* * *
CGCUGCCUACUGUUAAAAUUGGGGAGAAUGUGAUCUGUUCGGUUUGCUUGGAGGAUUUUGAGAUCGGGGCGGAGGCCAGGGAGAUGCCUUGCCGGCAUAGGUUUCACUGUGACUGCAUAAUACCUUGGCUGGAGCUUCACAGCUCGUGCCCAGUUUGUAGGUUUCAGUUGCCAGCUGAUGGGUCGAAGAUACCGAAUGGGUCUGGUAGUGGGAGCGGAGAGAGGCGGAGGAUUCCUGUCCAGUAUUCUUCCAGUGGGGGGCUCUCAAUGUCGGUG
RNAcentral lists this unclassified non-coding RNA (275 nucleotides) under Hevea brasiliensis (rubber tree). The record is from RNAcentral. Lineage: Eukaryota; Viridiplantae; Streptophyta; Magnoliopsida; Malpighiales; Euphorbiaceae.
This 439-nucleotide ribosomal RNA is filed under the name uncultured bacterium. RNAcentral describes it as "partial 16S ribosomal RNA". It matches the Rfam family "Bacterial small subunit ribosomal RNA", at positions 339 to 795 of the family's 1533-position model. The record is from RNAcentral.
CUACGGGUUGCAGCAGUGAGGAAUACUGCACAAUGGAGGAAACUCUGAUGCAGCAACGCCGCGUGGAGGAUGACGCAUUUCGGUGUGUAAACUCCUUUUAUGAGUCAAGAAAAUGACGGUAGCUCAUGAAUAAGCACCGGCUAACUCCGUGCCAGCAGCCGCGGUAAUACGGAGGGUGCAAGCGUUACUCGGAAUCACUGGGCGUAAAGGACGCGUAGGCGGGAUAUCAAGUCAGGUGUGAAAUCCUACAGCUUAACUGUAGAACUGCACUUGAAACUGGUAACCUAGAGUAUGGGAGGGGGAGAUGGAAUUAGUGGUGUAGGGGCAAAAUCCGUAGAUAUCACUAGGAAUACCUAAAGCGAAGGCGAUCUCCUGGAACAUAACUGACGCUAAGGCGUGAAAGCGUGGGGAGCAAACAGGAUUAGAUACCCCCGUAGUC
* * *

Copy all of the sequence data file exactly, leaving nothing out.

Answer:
CGCUGCCUACUGUUAAAAUUGGGGAGAAUGUGAUCUGUUCGGUUUGCUUGGAGGAUUUUGAGAUCGGGGCGGAGGCCAGGGAGAUGCCUUGCCGGCAUAGGUUUCACUGUGACUGCAUAAUACCUUGGCUGGAGCUUCACAGCUCGUGCCCAGUUUGUAGGUUUCAGUUGCCAGCUGAUGGGUCGAAGAUACCGAAUGGGUCUGGUAGUGGGAGCGGAGAGAGGCGGAGGAUUCCUGUCCAGUAUUCUUCCAGUGGGGGGCUCUCAAUGUCGGUG
RNAcentral lists this unclassified non-coding RNA (275 nucleotides) under Hevea brasiliensis (rubber tree). The record is from RNAcentral. Lineage: Eukaryota; Viridiplantae; Streptophyta; Magnoliopsida; Malpighiales; Euphorbiaceae.
This 439-nucleotide ribosomal RNA is filed under the name uncultured bacterium. RNAcentral describes it as "partial 16S ribosomal RNA". It matches the Rfam family "Bacterial small subunit ribosomal RNA", at positions 339 to 795 of the family's 1533-position model. The record is from RNAcentral.
CUACGGGUUGCAGCAGUGAGGAAUACUGCACAAUGGAGGAAACUCUGAUGCAGCAACGCCGCGUGGAGGAUGACGCAUUUCGGUGUGUAAACUCCUUUUAUGAGUCAAGAAAAUGACGGUAGCUCAUGAAUAAGCACCGGCUAACUCCGUGCCAGCAGCCGCGGUAAUACGGAGGGUGCAAGCGUUACUCGGAAUCACUGGGCGUAAAGGACGCGUAGGCGGGAUAUCAAGUCAGGUGUGAAAUCCUACAGCUUAACUGUAGAACUGCACUUGAAACUGGUAACCUAGAGUAUGGGAGGGGGAGAUGGAAUUAGUGGUGUAGGGGCAAAAUCCGUAGAUAUCACUAGGAAUACCUAAAGCGAAGGCGAUCUCCUGGAACAUAACUGACGCUAAGGCGUGAAAGCGUGGGGAGCAAACAGGAUUAGAUACCCCCGUAGUC